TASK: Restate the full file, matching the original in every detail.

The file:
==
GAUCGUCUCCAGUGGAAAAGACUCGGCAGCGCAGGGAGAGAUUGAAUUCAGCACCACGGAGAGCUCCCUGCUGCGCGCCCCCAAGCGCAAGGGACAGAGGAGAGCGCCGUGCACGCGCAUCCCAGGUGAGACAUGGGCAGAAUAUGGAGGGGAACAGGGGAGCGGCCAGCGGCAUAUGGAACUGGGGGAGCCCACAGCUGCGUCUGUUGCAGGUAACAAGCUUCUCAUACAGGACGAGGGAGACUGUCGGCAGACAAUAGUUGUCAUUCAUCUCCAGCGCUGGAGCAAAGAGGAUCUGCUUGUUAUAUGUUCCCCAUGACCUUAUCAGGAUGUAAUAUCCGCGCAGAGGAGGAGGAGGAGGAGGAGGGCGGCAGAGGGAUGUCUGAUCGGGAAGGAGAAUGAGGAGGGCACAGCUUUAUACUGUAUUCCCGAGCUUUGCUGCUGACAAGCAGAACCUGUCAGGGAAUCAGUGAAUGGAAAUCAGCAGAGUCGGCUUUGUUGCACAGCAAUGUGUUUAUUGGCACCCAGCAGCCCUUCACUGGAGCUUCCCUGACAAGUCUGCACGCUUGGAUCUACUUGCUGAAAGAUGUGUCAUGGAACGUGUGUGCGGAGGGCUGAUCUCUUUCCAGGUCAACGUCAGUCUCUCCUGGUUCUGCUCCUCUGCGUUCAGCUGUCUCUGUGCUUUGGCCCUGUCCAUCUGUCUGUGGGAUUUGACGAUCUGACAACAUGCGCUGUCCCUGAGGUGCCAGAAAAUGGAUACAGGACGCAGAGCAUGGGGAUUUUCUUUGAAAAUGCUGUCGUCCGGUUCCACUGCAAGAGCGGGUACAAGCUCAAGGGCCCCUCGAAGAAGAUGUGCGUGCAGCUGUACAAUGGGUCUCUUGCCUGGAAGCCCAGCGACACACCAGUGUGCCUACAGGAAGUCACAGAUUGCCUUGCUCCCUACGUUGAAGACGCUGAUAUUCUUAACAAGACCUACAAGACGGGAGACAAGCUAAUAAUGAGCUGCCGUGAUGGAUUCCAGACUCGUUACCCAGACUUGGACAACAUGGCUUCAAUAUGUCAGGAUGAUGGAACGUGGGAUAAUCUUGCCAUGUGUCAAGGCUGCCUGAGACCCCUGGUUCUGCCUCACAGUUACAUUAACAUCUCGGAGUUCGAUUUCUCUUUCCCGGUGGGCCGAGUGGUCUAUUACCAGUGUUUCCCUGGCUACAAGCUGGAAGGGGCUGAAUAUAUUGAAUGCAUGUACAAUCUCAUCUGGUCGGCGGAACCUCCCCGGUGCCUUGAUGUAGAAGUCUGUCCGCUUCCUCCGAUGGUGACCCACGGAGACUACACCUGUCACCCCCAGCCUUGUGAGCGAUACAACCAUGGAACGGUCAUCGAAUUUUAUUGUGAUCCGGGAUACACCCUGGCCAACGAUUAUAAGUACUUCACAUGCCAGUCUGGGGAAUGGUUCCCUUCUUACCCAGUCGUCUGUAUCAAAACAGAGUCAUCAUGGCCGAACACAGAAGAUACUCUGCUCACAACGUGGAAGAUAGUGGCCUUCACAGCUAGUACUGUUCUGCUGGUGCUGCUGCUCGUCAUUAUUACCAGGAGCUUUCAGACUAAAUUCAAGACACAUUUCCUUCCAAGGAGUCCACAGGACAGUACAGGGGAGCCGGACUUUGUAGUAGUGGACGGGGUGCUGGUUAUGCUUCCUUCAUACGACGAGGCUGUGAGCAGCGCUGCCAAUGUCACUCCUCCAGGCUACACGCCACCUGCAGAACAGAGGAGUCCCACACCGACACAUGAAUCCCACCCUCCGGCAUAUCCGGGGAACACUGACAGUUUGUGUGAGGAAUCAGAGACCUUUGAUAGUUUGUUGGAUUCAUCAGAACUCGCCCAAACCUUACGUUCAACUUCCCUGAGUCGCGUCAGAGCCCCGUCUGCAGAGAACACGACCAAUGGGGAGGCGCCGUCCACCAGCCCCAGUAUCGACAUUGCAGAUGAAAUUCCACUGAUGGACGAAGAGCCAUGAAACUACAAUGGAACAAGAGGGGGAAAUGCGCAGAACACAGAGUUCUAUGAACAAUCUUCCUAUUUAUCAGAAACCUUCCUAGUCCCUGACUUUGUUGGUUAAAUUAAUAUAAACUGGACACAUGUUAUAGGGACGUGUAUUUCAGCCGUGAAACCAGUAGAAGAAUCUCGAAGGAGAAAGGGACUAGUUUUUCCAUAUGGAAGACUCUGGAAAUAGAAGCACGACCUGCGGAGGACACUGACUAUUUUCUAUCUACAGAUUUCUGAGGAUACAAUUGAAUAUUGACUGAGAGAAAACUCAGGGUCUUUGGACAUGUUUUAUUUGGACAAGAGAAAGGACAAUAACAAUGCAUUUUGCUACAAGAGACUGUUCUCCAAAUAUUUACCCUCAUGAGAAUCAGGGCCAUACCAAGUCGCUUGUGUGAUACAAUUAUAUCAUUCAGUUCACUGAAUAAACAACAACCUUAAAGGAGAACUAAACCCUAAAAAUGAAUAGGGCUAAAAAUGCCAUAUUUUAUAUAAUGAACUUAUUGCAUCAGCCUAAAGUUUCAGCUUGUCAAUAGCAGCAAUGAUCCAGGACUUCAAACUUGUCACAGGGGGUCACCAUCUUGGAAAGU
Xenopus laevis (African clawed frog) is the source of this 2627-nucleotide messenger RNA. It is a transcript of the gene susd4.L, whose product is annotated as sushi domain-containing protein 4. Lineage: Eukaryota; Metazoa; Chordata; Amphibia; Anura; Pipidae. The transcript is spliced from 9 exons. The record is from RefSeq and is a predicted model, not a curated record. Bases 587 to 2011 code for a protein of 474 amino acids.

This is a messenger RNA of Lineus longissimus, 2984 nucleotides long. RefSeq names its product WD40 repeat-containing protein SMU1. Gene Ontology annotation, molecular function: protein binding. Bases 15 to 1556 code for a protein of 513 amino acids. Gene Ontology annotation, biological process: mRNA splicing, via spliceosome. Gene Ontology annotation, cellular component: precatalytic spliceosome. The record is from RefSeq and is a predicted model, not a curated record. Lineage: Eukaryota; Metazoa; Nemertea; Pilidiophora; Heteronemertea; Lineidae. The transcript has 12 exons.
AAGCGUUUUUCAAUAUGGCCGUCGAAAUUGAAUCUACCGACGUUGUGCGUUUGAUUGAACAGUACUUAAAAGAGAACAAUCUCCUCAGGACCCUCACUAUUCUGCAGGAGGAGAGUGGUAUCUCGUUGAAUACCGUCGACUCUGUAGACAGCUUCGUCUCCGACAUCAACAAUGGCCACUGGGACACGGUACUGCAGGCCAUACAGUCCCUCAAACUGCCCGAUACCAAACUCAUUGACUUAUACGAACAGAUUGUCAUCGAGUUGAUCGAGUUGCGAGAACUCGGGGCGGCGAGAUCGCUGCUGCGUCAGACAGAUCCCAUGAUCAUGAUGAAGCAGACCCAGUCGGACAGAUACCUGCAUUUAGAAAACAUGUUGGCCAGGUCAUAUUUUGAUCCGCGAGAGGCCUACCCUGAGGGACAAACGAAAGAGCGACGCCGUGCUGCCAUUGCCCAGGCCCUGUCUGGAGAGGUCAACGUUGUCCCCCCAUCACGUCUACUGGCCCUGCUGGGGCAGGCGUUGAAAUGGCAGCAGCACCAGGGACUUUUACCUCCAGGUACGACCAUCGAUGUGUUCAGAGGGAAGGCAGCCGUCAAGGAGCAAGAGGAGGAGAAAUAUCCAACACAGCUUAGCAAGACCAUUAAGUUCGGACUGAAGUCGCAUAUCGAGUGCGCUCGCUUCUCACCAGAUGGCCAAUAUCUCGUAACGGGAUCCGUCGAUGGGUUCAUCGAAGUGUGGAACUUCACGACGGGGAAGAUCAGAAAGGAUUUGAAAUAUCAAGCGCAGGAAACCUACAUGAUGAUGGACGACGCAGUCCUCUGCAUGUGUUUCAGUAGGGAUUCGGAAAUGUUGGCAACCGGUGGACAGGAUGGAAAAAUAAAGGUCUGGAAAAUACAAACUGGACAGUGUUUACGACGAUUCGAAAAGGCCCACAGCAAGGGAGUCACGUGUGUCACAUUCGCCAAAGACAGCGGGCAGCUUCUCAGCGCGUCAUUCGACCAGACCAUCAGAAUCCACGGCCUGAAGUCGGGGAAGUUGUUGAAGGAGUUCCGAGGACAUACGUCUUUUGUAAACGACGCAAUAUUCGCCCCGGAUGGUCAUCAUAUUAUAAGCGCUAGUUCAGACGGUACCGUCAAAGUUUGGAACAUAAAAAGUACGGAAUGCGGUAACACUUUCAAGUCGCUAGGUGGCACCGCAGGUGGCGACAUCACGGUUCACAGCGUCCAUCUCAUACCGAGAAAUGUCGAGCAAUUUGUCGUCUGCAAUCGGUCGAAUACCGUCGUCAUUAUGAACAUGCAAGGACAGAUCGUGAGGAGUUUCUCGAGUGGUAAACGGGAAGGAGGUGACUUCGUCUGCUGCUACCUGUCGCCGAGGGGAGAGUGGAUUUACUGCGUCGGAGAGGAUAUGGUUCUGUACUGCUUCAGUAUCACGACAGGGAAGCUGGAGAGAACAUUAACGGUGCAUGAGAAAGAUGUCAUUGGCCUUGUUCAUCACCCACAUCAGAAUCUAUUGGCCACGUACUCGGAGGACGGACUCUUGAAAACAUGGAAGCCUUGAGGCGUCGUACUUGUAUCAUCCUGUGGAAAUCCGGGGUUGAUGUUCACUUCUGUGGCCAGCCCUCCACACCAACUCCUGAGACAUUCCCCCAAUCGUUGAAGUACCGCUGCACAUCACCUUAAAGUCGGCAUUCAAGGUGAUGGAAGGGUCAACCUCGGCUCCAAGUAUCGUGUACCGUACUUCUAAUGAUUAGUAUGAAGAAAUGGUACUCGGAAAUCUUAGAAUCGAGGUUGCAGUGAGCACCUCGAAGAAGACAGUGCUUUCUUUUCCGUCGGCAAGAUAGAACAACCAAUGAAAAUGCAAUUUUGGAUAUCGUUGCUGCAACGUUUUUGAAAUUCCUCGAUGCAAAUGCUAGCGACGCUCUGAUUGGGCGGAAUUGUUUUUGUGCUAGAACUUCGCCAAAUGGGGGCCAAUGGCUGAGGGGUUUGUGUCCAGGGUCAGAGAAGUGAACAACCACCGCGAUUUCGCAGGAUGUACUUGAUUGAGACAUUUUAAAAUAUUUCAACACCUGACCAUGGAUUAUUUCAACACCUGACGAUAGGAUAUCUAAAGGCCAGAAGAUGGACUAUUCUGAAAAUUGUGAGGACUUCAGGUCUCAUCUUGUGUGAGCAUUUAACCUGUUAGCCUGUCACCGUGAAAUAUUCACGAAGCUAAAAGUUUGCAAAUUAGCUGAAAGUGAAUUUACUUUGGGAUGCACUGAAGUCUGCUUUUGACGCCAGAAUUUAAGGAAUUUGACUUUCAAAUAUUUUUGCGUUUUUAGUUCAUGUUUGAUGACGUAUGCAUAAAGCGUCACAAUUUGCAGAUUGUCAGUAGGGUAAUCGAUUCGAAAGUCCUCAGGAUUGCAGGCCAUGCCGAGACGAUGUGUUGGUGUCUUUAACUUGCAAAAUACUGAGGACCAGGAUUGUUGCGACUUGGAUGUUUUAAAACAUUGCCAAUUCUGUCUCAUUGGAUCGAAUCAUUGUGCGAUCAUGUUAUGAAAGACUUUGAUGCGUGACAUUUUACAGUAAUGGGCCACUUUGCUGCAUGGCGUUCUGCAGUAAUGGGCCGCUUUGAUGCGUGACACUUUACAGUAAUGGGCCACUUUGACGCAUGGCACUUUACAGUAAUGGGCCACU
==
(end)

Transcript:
GAUCGUCUCCAGUGGAAAAGACUCGGCAGCGCAGGGAGAGAUUGAAUUCAGCACCACGGAGAGCUCCCUGCUGCGCGCCCCCAAGCGCAAGGGACAGAGGAGAGCGCCGUGCACGCGCAUCCCAGGUGAGACAUGGGCAGAAUAUGGAGGGGAACAGGGGAGCGGCCAGCGGCAUAUGGAACUGGGGGAGCCCACAGCUGCGUCUGUUGCAGGUAACAAGCUUCUCAUACAGGACGAGGGAGACUGUCGGCAGACAAUAGUUGUCAUUCAUCUCCAGCGCUGGAGCAAAGAGGAUCUGCUUGUUAUAUGUUCCCCAUGACCUUAUCAGGAUGUAAUAUCCGCGCAGAGGAGGAGGAGGAGGAGGAGGGCGGCAGAGGGAUGUCUGAUCGGGAAGGAGAAUGAGGAGGGCACAGCUUUAUACUGUAUUCCCGAGCUUUGCUGCUGACAAGCAGAACCUGUCAGGGAAUCAGUGAAUGGAAAUCAGCAGAGUCGGCUUUGUUGCACAGCAAUGUGUUUAUUGGCACCCAGCAGCCCUUCACUGGAGCUUCCCUGACAAGUCUGCACGCUUGGAUCUACUUGCUGAAAGAUGUGUCAUGGAACGUGUGUGCGGAGGGCUGAUCUCUUUCCAGGUCAACGUCAGUCUCUCCUGGUUCUGCUCCUCUGCGUUCAGCUGUCUCUGUGCUUUGGCCCUGUCCAUCUGUCUGUGGGAUUUGACGAUCUGACAACAUGCGCUGUCCCUGAGGUGCCAGAAAAUGGAUACAGGACGCAGAGCAUGGGGAUUUUCUUUGAAAAUGCUGUCGUCCGGUUCCACUGCAAGAGCGGGUACAAGCUCAAGGGCCCCUCGAAGAAGAUGUGCGUGCAGCUGUACAAUGGGUCUCUUGCCUGGAAGCCCAGCGACACACCAGUGUGCCUACAGGAAGUCACAGAUUGCCUUGCUCCCUACGUUGAAGACGCUGAUAUUCUUAACAAGACCUACAAGACGGGAGACAAGCUAAUAAUGAGCUGCCGUGAUGGAUUCCAGACUCGUUACCCAGACUUGGACAACAUGGCUUCAAUAUGUCAGGAUGAUGGAACGUGGGAUAAUCUUGCCAUGUGUCAAGGCUGCCUGAGACCCCUGGUUCUGCCUCACAGUUACAUUAACAUCUCGGAGUUCGAUUUCUCUUUCCCGGUGGGCCGAGUGGUCUAUUACCAGUGUUUCCCUGGCUACAAGCUGGAAGGGGCUGAAUAUAUUGAAUGCAUGUACAAUCUCAUCUGGUCGGCGGAACCUCCCCGGUGCCUUGAUGUAGAAGUCUGUCCGCUUCCUCCGAUGGUGACCCACGGAGACUACACCUGUCACCCCCAGCCUUGUGAGCGAUACAACCAUGGAACGGUCAUCGAAUUUUAUUGUGAUCCGGGAUACACCCUGGCCAACGAUUAUAAGUACUUCACAUGCCAGUCUGGGGAAUGGUUCCCUUCUUACCCAGUCGUCUGUAUCAAAACAGAGUCAUCAUGGCCGAACACAGAAGAUACUCUGCUCACAACGUGGAAGAUAGUGGCCUUCACAGCUAGUACUGUUCUGCUGGUGCUGCUGCUCGUCAUUAUUACCAGGAGCUUUCAGACUAAAUUCAAGACACAUUUCCUUCCAAGGAGUCCACAGGACAGUACAGGGGAGCCGGACUUUGUAGUAGUGGACGGGGUGCUGGUUAUGCUUCCUUCAUACGACGAGGCUGUGAGCAGCGCUGCCAAUGUCACUCCUCCAGGCUACACGCCACCUGCAGAACAGAGGAGUCCCACACCGACACAUGAAUCCCACCCUCCGGCAUAUCCGGGGAACACUGACAGUUUGUGUGAGGAAUCAGAGACCUUUGAUAGUUUGUUGGAUUCAUCAGAACUCGCCCAAACCUUACGUUCAACUUCCCUGAGUCGCGUCAGAGCCCCGUCUGCAGAGAACACGACCAAUGGGGAGGCGCCGUCCACCAGCCCCAGUAUCGACAUUGCAGAUGAAAUUCCACUGAUGGACGAAGAGCCAUGAAACUACAAUGGAACAAGAGGGGGAAAUGCGCAGAACACAGAGUUCUAUGAACAAUCUUCCUAUUUAUCAGAAACCUUCCUAGUCCCUGACUUUGUUGGUUAAAUUAAUAUAAACUGGACACAUGUUAUAGGGACGUGUAUUUCAGCCGUGAAACCAGUAGAAGAAUCUCGAAGGAGAAAGGGACUAGUUUUUCCAUAUGGAAGACUCUGGAAAUAGAAGCACGACCUGCGGAGGACACUGACUAUUUUCUAUCUACAGAUUUCUGAGGAUACAAUUGAAUAUUGACUGAGAGAAAACUCAGGGUCUUUGGACAUGUUUUAUUUGGACAAGAGAAAGGACAAUAACAAUGCAUUUUGCUACAAGAGACUGUUCUCCAAAUAUUUACCCUCAUGAGAAUCAGGGCCAUACCAAGUCGCUUGUGUGAUACAAUUAUAUCAUUCAGUUCACUGAAUAAACAACAACCUUAAAGGAGAACUAAACCCUAAAAAUGAAUAGGGCUAAAAAUGCCAUAUUUUAUAUAAUGAACUUAUUGCAUCAGCCUAAAGUUUCAGCUUGUCAAUAGCAGCAAUGAUCCAGGACUUCAAACUUGUCACAGGGGGUCACCAUCUUGGAAAGU
Xenopus laevis (African clawed frog) is the source of this 2627-nucleotide messenger RNA. It is a transcript of the gene susd4.L, whose product is annotated as sushi domain-containing protein 4. Lineage: Eukaryota; Metazoa; Chordata; Amphibia; Anura; Pipidae. The transcript is spliced from 9 exons. The record is from RefSeq and is a predicted model, not a curated record. Bases 587 to 2011 code for a protein of 474 amino acids.

This is a messenger RNA of Lineus longissimus, 2984 nucleotides long. RefSeq names its product WD40 repeat-containing protein SMU1. Gene Ontology annotation, molecular function: protein binding. Bases 15 to 1556 code for a protein of 513 amino acids. Gene Ontology annotation, biological process: mRNA splicing, via spliceosome. Gene Ontology annotation, cellular component: precatalytic spliceosome. The record is from RefSeq and is a predicted model, not a curated record. Lineage: Eukaryota; Metazoa; Nemertea; Pilidiophora; Heteronemertea; Lineidae. The transcript has 12 exons.
AAGCGUUUUUCAAUAUGGCCGUCGAAAUUGAAUCUACCGACGUUGUGCGUUUGAUUGAACAGUACUUAAAAGAGAACAAUCUCCUCAGGACCCUCACUAUUCUGCAGGAGGAGAGUGGUAUCUCGUUGAAUACCGUCGACUCUGUAGACAGCUUCGUCUCCGACAUCAACAAUGGCCACUGGGACACGGUACUGCAGGCCAUACAGUCCCUCAAACUGCCCGAUACCAAACUCAUUGACUUAUACGAACAGAUUGUCAUCGAGUUGAUCGAGUUGCGAGAACUCGGGGCGGCGAGAUCGCUGCUGCGUCAGACAGAUCCCAUGAUCAUGAUGAAGCAGACCCAGUCGGACAGAUACCUGCAUUUAGAAAACAUGUUGGCCAGGUCAUAUUUUGAUCCGCGAGAGGCCUACCCUGAGGGACAAACGAAAGAGCGACGCCGUGCUGCCAUUGCCCAGGCCCUGUCUGGAGAGGUCAACGUUGUCCCCCCAUCACGUCUACUGGCCCUGCUGGGGCAGGCGUUGAAAUGGCAGCAGCACCAGGGACUUUUACCUCCAGGUACGACCAUCGAUGUGUUCAGAGGGAAGGCAGCCGUCAAGGAGCAAGAGGAGGAGAAAUAUCCAACACAGCUUAGCAAGACCAUUAAGUUCGGACUGAAGUCGCAUAUCGAGUGCGCUCGCUUCUCACCAGAUGGCCAAUAUCUCGUAACGGGAUCCGUCGAUGGGUUCAUCGAAGUGUGGAACUUCACGACGGGGAAGAUCAGAAAGGAUUUGAAAUAUCAAGCGCAGGAAACCUACAUGAUGAUGGACGACGCAGUCCUCUGCAUGUGUUUCAGUAGGGAUUCGGAAAUGUUGGCAACCGGUGGACAGGAUGGAAAAAUAAAGGUCUGGAAAAUACAAACUGGACAGUGUUUACGACGAUUCGAAAAGGCCCACAGCAAGGGAGUCACGUGUGUCACAUUCGCCAAAGACAGCGGGCAGCUUCUCAGCGCGUCAUUCGACCAGACCAUCAGAAUCCACGGCCUGAAGUCGGGGAAGUUGUUGAAGGAGUUCCGAGGACAUACGUCUUUUGUAAACGACGCAAUAUUCGCCCCGGAUGGUCAUCAUAUUAUAAGCGCUAGUUCAGACGGUACCGUCAAAGUUUGGAACAUAAAAAGUACGGAAUGCGGUAACACUUUCAAGUCGCUAGGUGGCACCGCAGGUGGCGACAUCACGGUUCACAGCGUCCAUCUCAUACCGAGAAAUGUCGAGCAAUUUGUCGUCUGCAAUCGGUCGAAUACCGUCGUCAUUAUGAACAUGCAAGGACAGAUCGUGAGGAGUUUCUCGAGUGGUAAACGGGAAGGAGGUGACUUCGUCUGCUGCUACCUGUCGCCGAGGGGAGAGUGGAUUUACUGCGUCGGAGAGGAUAUGGUUCUGUACUGCUUCAGUAUCACGACAGGGAAGCUGGAGAGAACAUUAACGGUGCAUGAGAAAGAUGUCAUUGGCCUUGUUCAUCACCCACAUCAGAAUCUAUUGGCCACGUACUCGGAGGACGGACUCUUGAAAACAUGGAAGCCUUGAGGCGUCGUACUUGUAUCAUCCUGUGGAAAUCCGGGGUUGAUGUUCACUUCUGUGGCCAGCCCUCCACACCAACUCCUGAGACAUUCCCCCAAUCGUUGAAGUACCGCUGCACAUCACCUUAAAGUCGGCAUUCAAGGUGAUGGAAGGGUCAACCUCGGCUCCAAGUAUCGUGUACCGUACUUCUAAUGAUUAGUAUGAAGAAAUGGUACUCGGAAAUCUUAGAAUCGAGGUUGCAGUGAGCACCUCGAAGAAGACAGUGCUUUCUUUUCCGUCGGCAAGAUAGAACAACCAAUGAAAAUGCAAUUUUGGAUAUCGUUGCUGCAACGUUUUUGAAAUUCCUCGAUGCAAAUGCUAGCGACGCUCUGAUUGGGCGGAAUUGUUUUUGUGCUAGAACUUCGCCAAAUGGGGGCCAAUGGCUGAGGGGUUUGUGUCCAGGGUCAGAGAAGUGAACAACCACCGCGAUUUCGCAGGAUGUACUUGAUUGAGACAUUUUAAAAUAUUUCAACACCUGACCAUGGAUUAUUUCAACACCUGACGAUAGGAUAUCUAAAGGCCAGAAGAUGGACUAUUCUGAAAAUUGUGAGGACUUCAGGUCUCAUCUUGUGUGAGCAUUUAACCUGUUAGCCUGUCACCGUGAAAUAUUCACGAAGCUAAAAGUUUGCAAAUUAGCUGAAAGUGAAUUUACUUUGGGAUGCACUGAAGUCUGCUUUUGACGCCAGAAUUUAAGGAAUUUGACUUUCAAAUAUUUUUGCGUUUUUAGUUCAUGUUUGAUGACGUAUGCAUAAAGCGUCACAAUUUGCAGAUUGUCAGUAGGGUAAUCGAUUCGAAAGUCCUCAGGAUUGCAGGCCAUGCCGAGACGAUGUGUUGGUGUCUUUAACUUGCAAAAUACUGAGGACCAGGAUUGUUGCGACUUGGAUGUUUUAAAACAUUGCCAAUUCUGUCUCAUUGGAUCGAAUCAUUGUGCGAUCAUGUUAUGAAAGACUUUGAUGCGUGACAUUUUACAGUAAUGGGCCACUUUGCUGCAUGGCGUUCUGCAGUAAUGGGCCGCUUUGAUGCGUGACACUUUACAGUAAUGGGCCACUUUGACGCAUGGCACUUUACAGUAAUGGGCCACU